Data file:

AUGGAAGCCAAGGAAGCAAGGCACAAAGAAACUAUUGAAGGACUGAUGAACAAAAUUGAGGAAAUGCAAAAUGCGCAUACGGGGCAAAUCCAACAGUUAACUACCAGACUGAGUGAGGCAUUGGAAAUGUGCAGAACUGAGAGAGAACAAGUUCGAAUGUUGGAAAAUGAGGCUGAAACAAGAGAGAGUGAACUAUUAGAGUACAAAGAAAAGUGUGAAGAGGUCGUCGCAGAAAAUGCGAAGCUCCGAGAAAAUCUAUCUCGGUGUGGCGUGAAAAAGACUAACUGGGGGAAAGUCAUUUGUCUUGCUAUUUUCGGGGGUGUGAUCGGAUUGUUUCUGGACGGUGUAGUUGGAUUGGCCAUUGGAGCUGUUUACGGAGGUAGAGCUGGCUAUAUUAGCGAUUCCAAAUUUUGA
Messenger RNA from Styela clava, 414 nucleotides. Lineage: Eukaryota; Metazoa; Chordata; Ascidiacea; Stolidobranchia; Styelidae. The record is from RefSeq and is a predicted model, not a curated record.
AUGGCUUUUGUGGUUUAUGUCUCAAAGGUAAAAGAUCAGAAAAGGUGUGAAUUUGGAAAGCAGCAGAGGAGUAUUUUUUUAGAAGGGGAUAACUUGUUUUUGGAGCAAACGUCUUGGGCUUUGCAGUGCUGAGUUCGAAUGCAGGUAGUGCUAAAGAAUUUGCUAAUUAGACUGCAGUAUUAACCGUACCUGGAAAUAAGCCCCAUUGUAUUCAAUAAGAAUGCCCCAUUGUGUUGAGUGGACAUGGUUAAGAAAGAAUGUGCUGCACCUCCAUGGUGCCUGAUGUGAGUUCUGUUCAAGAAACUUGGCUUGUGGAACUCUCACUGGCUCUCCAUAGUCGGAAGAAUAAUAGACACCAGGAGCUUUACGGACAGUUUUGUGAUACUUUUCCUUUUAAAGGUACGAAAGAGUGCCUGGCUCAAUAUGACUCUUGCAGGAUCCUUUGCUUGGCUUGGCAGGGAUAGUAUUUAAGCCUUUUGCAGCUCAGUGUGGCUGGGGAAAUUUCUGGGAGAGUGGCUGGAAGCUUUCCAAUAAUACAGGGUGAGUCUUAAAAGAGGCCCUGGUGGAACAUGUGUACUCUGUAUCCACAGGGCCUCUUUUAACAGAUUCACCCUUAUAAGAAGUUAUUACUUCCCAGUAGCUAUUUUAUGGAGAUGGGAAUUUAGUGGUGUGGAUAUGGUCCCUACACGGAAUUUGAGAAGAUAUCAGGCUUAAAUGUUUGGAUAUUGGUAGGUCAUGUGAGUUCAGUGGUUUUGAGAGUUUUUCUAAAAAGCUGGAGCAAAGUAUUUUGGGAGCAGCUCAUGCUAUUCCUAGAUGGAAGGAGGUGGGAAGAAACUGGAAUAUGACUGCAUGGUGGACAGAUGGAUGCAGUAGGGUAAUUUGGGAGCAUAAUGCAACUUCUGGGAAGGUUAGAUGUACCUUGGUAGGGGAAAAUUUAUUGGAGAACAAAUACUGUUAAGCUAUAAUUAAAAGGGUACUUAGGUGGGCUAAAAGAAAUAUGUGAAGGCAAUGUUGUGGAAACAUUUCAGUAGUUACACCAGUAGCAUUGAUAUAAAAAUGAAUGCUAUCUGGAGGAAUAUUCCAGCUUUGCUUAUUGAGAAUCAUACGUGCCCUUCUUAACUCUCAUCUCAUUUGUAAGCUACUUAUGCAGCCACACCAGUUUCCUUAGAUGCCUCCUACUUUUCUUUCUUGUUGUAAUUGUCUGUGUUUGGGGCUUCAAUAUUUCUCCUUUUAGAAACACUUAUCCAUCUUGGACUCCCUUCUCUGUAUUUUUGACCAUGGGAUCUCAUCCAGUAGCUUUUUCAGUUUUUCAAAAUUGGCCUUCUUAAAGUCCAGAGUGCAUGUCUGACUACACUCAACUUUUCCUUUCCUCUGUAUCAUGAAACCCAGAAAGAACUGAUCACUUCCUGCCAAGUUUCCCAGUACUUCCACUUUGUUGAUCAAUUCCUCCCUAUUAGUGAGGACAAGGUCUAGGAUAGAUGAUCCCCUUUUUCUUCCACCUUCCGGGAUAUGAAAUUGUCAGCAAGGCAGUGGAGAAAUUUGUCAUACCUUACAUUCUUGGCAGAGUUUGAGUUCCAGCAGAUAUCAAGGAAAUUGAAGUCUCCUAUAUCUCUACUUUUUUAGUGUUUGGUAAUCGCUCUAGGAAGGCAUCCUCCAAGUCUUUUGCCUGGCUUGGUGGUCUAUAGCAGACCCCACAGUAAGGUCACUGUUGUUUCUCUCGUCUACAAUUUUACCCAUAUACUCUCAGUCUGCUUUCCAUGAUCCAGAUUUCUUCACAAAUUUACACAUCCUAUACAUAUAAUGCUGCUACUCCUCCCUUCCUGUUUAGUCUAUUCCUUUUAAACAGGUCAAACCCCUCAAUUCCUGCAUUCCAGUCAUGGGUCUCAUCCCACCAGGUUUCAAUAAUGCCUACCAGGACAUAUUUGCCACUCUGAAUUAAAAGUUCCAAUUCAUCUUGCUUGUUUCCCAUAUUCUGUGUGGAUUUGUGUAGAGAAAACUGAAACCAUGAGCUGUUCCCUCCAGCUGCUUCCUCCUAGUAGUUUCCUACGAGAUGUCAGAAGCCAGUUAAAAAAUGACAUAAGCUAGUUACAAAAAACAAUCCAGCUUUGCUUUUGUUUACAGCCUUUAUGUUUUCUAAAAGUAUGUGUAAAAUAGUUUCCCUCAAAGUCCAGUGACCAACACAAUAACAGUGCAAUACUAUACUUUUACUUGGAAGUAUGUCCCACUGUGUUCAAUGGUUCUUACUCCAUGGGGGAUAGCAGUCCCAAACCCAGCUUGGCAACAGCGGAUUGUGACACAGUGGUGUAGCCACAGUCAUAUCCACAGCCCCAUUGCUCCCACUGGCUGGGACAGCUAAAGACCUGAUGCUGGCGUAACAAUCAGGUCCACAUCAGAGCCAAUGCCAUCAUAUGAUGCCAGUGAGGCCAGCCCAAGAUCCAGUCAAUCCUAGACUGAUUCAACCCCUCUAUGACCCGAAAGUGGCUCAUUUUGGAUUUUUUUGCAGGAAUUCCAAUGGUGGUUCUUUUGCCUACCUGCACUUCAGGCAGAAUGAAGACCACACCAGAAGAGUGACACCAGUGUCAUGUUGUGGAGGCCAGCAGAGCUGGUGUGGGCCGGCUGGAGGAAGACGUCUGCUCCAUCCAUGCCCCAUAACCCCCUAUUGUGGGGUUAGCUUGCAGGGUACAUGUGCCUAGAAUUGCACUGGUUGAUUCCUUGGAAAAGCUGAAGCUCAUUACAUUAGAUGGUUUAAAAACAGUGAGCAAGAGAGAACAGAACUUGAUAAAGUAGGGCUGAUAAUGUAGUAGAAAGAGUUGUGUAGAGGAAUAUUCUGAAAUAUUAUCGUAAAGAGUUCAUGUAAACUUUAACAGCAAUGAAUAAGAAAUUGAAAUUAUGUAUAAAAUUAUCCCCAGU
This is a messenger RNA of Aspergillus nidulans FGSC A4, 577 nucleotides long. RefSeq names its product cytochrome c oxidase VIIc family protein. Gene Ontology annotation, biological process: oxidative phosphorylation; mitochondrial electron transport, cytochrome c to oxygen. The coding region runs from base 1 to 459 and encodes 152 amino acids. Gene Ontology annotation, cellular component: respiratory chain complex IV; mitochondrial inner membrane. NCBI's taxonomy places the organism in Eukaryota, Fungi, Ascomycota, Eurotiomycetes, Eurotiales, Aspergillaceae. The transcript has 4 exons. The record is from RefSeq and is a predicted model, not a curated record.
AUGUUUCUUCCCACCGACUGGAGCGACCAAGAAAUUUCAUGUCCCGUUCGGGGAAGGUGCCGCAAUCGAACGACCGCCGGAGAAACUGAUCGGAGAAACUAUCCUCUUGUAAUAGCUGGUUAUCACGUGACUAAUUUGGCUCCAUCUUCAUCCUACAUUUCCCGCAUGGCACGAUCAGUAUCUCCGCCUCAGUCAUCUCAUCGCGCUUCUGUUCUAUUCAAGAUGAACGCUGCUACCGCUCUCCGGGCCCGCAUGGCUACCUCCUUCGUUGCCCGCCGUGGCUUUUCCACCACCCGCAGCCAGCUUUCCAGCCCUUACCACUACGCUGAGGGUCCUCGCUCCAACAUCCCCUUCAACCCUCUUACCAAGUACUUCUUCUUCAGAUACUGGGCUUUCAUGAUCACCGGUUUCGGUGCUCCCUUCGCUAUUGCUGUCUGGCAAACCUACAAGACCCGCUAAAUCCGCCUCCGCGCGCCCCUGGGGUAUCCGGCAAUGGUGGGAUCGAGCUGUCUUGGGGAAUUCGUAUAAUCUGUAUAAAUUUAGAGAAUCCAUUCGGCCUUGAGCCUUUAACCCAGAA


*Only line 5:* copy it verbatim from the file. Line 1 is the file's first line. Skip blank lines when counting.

AUGUUUCUUCCCACCGACUGGAGCGACCAAGAAAUUUCAUGUCCCGUUCGGGGAAGGUGCCGCAAUCGAACGACCGCCGGAGAAACUGAUCGGAGAAACUAUCCUCUUGUAAUAGCUGGUUAUCACGUGACUAAUUUGGCUCCAUCUUCAUCCUACAUUUCCCGCAUGGCACGAUCAGUAUCUCCGCCUCAGUCAUCUCAUCGCGCUUCUGUUCUAUUCAAGAUGAACGCUGCUACCGCUCUCCGGGCCCGCAUGGCUACCUCCUUCGUUGCCCGCCGUGGCUUUUCCACCACCCGCAGCCAGCUUUCCAGCCCUUACCACUACGCUGAGGGUCCUCGCUCCAACAUCCCCUUCAACCCUCUUACCAAGUACUUCUUCUUCAGAUACUGGGCUUUCAUGAUCACCGGUUUCGGUGCUCCCUUCGCUAUUGCUGUCUGGCAAACCUACAAGACCCGCUAAAUCCGCCUCCGCGCGCCCCUGGGGUAUCCGGCAAUGGUGGGAUCGAGCUGUCUUGGGGAAUUCGUAUAAUCUGUAUAAAUUUAGAGAAUCCAUUCGGCCUUGAGCCUUUAACCCAGAA